We got a “seat” at the Demolition Derby just about fifteen minutes before it started. Lyndell was so excited. She had been to these as a kid and said she loved them. I had no idea what to expect. Now, I say “seat” because it was really just a balancing position on a guard rail that wasn’t already being sat on. We had pretty good sight lines, actually, and I settled in for a brand-new cultural experience with what I tried to keep an open mind.

Someone described this to me in advance as “real-life bumper cars.” I hadn’t even considered this as entertainment in my whole life – I’d never heard of it – and the closest thing I could imagine about it was the monster truck programs that I’d seen on TV growing up. I figured it would be full of boys and their toys and that I’d be bored, but again, I tried to stay open. In the way of cars, I’m pretty stereotypically “girl.” (Although, I do like to talk about bio-diesel and alternative fuels when given the chance!)

We balanced on the railing trying to shift when our butts fell asleep as the first of the cars pulled into this extremely small area surrounded by stone barricades. In fact, I couldn’t believe it when over ten cars pulled into the area – an area smaller than a soccer field – as though they would have even a bit of room to breathe once they were all going different directions!

The announcer was a local radio host, I think. He was pretty terrible, but at least kept talking at the crowd to keep them informed about what was happening if they couldn’t see properly or didn’t know who was driving what. (Turns out that two women were in one of the heats. They didn’t win, but I was cheering them on and hoping they’d kick some butt on behalf of women everywhere!)

So this is what happens in a Demolition Derby: a whole bunch of cars gather in a small space (that in this case was muddy and slippery). When the whistle blows, they drive around and ram into each other until they destroy each other’s cars. These cars are basically “write offs” to begin with and have been selected for destruction. Many of these vehicles wouldn’t even pass the emissions or safety standards for licensing and so they’re “sacrificed” for the sport, if you will. When a car hasn’t moved in over a minute, they are out of the game and must remove the flag that is positioned just above the driver on the hood of the vehicle. When the last car is still running and moving, it is declared the winner. At that point, the driver crawls out of the window (all doors must be welded shut and all windows knocked out for safety) and stands on the roof of the car banging his chest. Basically, the only strategy to obtain this win is to position hits well (mostly by rearing into people so as to protect one’s engine) and to avoid being hit by others. I’d say there’s a lot of luck in it. (Or, in many cases, bad luck.)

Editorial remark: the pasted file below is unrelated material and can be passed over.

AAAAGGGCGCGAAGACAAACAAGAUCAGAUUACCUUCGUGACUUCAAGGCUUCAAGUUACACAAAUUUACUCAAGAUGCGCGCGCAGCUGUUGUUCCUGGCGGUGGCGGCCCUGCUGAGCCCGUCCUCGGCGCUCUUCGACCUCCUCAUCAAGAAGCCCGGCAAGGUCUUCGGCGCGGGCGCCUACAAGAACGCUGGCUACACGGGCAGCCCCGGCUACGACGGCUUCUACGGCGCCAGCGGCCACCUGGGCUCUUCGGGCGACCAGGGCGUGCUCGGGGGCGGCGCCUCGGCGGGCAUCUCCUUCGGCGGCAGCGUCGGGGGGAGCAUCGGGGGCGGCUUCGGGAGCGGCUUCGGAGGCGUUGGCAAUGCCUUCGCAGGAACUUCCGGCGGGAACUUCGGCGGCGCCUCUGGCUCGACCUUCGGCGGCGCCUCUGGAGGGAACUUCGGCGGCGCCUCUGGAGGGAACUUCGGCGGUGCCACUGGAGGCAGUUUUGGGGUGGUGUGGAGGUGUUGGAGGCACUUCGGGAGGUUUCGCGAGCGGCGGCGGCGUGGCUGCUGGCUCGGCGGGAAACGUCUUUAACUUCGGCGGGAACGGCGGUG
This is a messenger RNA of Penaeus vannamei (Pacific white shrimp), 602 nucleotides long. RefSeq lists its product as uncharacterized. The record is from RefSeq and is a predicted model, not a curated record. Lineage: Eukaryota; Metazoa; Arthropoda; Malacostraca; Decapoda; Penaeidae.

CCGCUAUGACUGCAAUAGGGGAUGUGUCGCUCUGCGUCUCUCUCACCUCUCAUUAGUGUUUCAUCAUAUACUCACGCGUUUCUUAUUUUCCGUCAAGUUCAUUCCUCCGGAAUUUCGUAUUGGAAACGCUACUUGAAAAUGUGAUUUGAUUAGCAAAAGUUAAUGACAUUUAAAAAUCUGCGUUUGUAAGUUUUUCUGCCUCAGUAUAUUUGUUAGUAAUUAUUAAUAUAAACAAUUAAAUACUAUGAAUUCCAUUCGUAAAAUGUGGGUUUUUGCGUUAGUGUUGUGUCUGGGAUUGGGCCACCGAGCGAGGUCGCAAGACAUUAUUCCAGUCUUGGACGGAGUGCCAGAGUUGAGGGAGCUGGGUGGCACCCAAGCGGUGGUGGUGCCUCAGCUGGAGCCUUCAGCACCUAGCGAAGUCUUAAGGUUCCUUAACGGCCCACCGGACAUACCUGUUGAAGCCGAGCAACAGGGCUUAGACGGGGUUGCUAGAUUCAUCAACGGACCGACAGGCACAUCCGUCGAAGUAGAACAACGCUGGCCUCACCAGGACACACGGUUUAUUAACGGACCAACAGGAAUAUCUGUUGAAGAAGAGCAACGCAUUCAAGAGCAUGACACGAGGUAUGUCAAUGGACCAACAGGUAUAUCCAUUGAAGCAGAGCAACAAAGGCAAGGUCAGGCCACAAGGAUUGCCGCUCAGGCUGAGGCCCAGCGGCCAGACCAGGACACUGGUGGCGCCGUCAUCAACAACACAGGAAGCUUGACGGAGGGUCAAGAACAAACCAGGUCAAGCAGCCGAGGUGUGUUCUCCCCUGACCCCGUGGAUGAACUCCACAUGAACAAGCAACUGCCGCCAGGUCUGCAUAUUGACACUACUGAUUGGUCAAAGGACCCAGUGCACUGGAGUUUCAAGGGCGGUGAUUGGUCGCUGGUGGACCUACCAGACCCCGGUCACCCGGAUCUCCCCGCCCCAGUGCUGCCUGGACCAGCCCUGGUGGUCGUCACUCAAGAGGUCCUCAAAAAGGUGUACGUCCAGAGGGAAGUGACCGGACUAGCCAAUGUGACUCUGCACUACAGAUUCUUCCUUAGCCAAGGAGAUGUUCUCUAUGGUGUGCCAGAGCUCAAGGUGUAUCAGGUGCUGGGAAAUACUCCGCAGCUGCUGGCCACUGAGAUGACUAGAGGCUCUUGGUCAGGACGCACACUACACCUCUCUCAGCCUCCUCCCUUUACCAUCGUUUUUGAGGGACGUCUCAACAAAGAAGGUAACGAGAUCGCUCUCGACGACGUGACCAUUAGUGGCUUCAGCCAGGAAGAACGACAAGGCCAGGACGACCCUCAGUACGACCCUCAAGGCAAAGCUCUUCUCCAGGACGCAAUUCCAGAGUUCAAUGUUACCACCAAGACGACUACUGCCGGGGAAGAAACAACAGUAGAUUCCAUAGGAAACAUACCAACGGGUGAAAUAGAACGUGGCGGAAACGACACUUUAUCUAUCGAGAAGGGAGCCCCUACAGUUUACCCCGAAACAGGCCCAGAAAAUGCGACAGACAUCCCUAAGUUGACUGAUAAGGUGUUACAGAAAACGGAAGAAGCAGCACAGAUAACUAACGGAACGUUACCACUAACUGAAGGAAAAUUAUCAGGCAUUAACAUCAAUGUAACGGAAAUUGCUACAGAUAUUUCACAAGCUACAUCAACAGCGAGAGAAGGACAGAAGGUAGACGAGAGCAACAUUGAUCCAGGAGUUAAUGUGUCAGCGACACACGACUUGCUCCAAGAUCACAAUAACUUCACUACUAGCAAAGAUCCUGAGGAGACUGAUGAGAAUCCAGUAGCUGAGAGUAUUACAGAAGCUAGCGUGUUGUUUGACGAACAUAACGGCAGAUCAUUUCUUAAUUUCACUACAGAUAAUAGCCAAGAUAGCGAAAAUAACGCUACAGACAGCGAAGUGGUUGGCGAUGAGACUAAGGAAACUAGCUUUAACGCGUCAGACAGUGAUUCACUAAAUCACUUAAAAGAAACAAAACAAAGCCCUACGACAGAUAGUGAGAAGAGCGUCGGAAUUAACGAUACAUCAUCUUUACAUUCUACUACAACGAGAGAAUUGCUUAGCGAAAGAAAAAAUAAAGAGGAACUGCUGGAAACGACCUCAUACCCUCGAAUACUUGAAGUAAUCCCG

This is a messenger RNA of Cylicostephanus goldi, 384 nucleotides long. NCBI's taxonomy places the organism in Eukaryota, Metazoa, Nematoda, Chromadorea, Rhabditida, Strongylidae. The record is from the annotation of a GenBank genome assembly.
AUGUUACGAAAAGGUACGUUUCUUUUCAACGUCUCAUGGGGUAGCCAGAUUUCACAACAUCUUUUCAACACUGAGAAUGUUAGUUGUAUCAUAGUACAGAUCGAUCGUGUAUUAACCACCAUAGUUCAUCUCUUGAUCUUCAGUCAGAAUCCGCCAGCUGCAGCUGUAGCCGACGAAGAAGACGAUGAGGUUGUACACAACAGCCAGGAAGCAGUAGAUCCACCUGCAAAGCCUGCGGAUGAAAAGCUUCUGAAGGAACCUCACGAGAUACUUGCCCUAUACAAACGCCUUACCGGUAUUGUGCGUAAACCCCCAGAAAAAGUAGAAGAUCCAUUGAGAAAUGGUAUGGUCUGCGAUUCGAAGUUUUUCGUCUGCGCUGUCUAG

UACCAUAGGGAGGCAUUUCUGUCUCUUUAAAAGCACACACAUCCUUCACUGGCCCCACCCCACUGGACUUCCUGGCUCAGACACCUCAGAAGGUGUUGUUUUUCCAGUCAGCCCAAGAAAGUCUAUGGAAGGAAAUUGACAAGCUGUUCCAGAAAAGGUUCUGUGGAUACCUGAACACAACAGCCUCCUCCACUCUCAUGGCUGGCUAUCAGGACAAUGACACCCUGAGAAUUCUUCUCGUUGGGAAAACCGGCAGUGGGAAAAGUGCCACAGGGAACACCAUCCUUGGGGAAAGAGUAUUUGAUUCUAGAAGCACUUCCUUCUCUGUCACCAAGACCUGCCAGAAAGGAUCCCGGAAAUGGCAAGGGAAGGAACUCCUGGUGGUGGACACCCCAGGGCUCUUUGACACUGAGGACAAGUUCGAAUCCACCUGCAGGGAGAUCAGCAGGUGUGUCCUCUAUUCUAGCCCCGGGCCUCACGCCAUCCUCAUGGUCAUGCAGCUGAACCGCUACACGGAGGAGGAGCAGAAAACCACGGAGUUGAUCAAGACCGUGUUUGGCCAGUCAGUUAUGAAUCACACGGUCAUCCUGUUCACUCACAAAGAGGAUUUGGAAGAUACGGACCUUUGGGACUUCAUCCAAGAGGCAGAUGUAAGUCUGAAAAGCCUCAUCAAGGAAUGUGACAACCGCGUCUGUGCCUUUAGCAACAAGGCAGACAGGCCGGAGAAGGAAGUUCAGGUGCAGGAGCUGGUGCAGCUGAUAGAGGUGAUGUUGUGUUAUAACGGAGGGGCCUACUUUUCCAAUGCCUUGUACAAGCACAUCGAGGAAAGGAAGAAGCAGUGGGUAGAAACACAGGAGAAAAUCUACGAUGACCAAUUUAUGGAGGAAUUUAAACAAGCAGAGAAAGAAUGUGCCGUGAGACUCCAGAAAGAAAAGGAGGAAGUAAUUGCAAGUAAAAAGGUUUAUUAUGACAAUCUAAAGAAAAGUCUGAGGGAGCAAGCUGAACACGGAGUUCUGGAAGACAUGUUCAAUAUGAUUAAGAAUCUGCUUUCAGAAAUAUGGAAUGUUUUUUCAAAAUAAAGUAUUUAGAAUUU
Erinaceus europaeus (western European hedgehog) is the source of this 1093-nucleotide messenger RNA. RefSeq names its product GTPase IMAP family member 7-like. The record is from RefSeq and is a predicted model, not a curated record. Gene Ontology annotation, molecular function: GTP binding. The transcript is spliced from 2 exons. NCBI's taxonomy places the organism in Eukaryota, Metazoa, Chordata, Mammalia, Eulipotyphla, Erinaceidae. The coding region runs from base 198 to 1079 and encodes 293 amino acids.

It’s a giant free-for-all.

The place went crazy. Four different heats and one final round for any cars still able to compete even after their heats were over. Lots of smoke and fire and overheating. The ambulances and fire trucks were standing by. Lots of yelling and screaming.

I was sitting by these teenage girls with shiny clean braces that were direct contradiction with their dirty mouths. It amused me; It’s been so long since I could relate to the showing off that happens in groups of teenaged girls, especially when strangers can hear and no parents are near. One of the drivers – a 17 year-old “rookie” from the local high school — had painted all of their names on his car. One of the girls was thrilled to have her name in a central position and kept yelling “You bang ’em up Scotty and I’ll bang ya later!” Her friends giggled and guffawed but screamed their support too, wanting Scotty to “Kill that car” or “Watch that side – you’ll wreck our names!” Now fill in all the blanks with expletives and you’ve got the picture.

We left just before the final round to beat the crowds. Lyndell was bouncing in her feet as she walked, so happy to have relived something from childhood. I was trying not to be a “party pooper” about the environmental impact such an event has. It kinda made me feel sick to my stomach, actually, (which could have been the exhaust and the fumes) and I was quietly wishing that I could just lighten up and enjoy it without analyzing everything.

What I did enjoy was the energy of a community. Now, if we could only get that energy together to protect the local water rights, elect an honest representative for parliament, or phase-out factory farming and non-organic agriculture in these parts.

Now that would be a derby I’d attend.

In the meantime, I’ll likely go back again in the future (if we’ve got that Saturday off next summer) because I’ve a feeling I’ll be cheering Lyndell on. She’s keen to get behind the wheel and do some damage. She said it’s a smarter kind of “roller derby” for her bad knees!

That made me smile, despite my misgivings.

She’ll probably win.

Especially if we never demolish the old-fashioned fair.